Alberta is one of ten provinces and three territories that make up the nation of Canada. It is the sixth-largest province or territory at 661,848 square kilometres (slightly smaller than Myanmar), the fourth most populous with a little more than 4 million people, and boasts a diverse geography. Alberta contains prairie, desert, forest, lakes (more than 600), glaciers, and mountains, including the Canadian Rockies. Alberta was a territory until 1905. The province produces 79.2 per cent of the country’s oil, 59.6 per cent of Canada’s feeder cattle, and averages $6.1 billion in wood production each year. Two Canadian professional hockey teams play in Alberta – the Edmonton Oilers and Calgary Flames – as do the Canadian Football League’s Calgary Stampeders and Edmonton Eskimos. The Calgary Stampede is one of the top rodeos in the world. Famous people from Alberta include Calgary Stampede founder Guy Weadick, aviator and founder of Wardair Airlines Maxwell “Max” William Ward, “Calgary’s first citizen” Samuel Livingston, the first woman elected to the Canadian legislature Louise McKinney, actors Tommy Chong, Nathan Fillion, Michael J. Fox and Fay Wray, professional wrestler Bret “The Hitman” Hart, and musicians Joni Mitchell, K. D. Lang and the group Nickelback (please don’t hold Nickelback against the good people of Alberta). This is the first of thirteen ventures into Canada to stomp around forests and dive into deep cold lakes looking for the country’s monsters.
With a surface area of 373 square kilometres and a depth of 99.1 meters, Cold Lake is one of the largest and deepest lakes in Alberta, and is split between the Alberta and Saskatchewan border. The lake features recreational sports, including fishing and boating. The early Chipewyan Indians called the lake Big Fish Lake, although it was the Cree Indian title of Coldwater Lake that gave the body its name.
It was also the local First Nations tribes that gave white settlers to the area the story of the great fish Kinosoo.
According to local legend, a young First Nations man often paddled a canoe near the shores of the lake to visit a young woman he hoped to marry. Although sticking near the shores was a safer way to travel over the often turbulent lake, one night when the winds were low, the young man decided to cut across French Bay when he was attacked. An enormous fish rushed at his boat and bit it in two, pulling the man to his death – all while the woman he hoped to marry watched helplessly from the far shore. The only thing that remained were a paddle and pieces of the broken canoe.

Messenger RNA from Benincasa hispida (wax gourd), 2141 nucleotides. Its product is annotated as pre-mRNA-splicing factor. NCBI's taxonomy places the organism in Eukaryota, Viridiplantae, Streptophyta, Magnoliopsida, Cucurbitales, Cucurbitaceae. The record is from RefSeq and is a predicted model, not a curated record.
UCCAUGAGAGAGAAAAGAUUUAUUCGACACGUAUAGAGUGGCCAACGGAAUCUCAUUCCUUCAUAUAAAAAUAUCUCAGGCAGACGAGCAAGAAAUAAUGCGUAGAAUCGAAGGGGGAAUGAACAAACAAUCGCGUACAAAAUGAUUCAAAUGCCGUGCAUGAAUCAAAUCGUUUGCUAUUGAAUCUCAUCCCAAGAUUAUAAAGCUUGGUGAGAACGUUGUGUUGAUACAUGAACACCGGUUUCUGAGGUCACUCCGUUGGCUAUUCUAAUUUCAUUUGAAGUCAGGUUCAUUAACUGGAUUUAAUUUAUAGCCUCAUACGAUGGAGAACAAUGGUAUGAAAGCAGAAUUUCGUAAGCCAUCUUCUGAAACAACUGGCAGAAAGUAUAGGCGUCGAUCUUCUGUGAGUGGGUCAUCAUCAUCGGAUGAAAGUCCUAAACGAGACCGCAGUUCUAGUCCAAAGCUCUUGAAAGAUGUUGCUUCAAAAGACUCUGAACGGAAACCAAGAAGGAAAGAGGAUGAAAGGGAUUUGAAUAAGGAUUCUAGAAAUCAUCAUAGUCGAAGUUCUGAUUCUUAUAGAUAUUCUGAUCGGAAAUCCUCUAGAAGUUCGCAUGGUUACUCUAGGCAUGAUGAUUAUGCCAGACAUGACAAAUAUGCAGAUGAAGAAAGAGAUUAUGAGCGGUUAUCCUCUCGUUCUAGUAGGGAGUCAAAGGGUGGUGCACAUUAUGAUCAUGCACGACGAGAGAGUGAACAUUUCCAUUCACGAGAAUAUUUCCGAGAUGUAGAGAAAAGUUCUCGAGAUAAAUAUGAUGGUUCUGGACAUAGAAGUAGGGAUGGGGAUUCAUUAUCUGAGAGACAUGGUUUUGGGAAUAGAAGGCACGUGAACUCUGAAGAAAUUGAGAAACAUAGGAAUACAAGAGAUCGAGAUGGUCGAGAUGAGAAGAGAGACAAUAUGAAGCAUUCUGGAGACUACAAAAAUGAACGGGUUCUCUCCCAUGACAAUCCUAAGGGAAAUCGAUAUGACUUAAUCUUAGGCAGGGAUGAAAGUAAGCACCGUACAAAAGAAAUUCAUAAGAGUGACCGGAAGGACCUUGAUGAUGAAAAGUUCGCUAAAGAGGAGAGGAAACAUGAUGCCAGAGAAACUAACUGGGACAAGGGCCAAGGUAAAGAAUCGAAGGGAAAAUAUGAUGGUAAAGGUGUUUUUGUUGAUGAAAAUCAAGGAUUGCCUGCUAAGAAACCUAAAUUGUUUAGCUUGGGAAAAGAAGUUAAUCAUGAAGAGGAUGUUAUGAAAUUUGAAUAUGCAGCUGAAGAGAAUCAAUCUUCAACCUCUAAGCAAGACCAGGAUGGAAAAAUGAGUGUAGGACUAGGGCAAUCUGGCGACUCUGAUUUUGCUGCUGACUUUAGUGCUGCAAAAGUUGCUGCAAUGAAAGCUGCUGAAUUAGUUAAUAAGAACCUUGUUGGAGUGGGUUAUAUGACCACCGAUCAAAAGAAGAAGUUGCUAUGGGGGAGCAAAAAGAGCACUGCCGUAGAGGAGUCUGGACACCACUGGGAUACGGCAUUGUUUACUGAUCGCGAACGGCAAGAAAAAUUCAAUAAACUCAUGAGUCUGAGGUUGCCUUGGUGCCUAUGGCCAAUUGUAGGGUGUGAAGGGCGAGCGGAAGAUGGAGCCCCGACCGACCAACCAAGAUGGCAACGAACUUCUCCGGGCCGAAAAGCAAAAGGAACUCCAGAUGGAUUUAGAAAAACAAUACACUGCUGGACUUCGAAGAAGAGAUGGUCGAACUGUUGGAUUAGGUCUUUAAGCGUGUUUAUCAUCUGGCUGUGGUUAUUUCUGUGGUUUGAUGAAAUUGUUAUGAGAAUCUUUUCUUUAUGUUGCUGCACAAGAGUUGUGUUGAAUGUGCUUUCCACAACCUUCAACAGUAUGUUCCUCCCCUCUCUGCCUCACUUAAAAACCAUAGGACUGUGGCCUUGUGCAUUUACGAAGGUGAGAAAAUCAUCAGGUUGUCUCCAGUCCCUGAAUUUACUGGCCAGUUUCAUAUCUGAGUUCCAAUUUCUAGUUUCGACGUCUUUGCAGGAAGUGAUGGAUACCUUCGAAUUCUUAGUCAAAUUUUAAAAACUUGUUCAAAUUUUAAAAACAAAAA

Fort Kent, a tiny town 32 kilometres south of Cold Lake, has its own story of a monster. Tales of the Fort Kent Wendigo begin in the 1870s when farm animals begin to disappear from around Fort Kent – and so did the farmers.
According to First Nations legends across North America, the wendigo is a creature that was once a man that succumbed to the whims of an evil spirit and resorted to cannibalism. A wendigo appears as a tall, furry, emaciated creature with bones pushing against its skin. The beast has glowing red eyes and the head of a deer.
The story of the Fort Kent wendigo began when the Cree Indian trapper Swift Runner returned alone to the area from his winter camp, although his family had gone to camp with him. Swift Runner explained his wife killed herself and his children starved to death. When North-West Mounted Police forced Swift Runner to lead them to his camp, they found the remains of the trapper’s family with evidence they had been butchered. Swift Runner admitted to eating his family, but blamed the horror on the spirit of a wendigo. He was tried for the murders of his family and sentenced to hang. Swift Runner was executed at Fort Saskatchewan, Alberta, on 20 December 1879.
Whether the spirt of a wendigo possessed Swift Runner, or he had simply succumbed to ravenous hunger during the winter, is debatable. However, if it were a wendigo, the spirit didn’t leave the tiny town of Fort Kent.
Small pox hit the town in 1921, decimating the already small population and overwhelming the town doctor Thomas Burton. When Burton’s wife died during the outbreak, he ate her. Then he ate more people. Once he was out of readily-dead people, he began killing the town residents for food. When the few remaining townsfolk confronted the doctor, he fled into the forest and disappeared from history.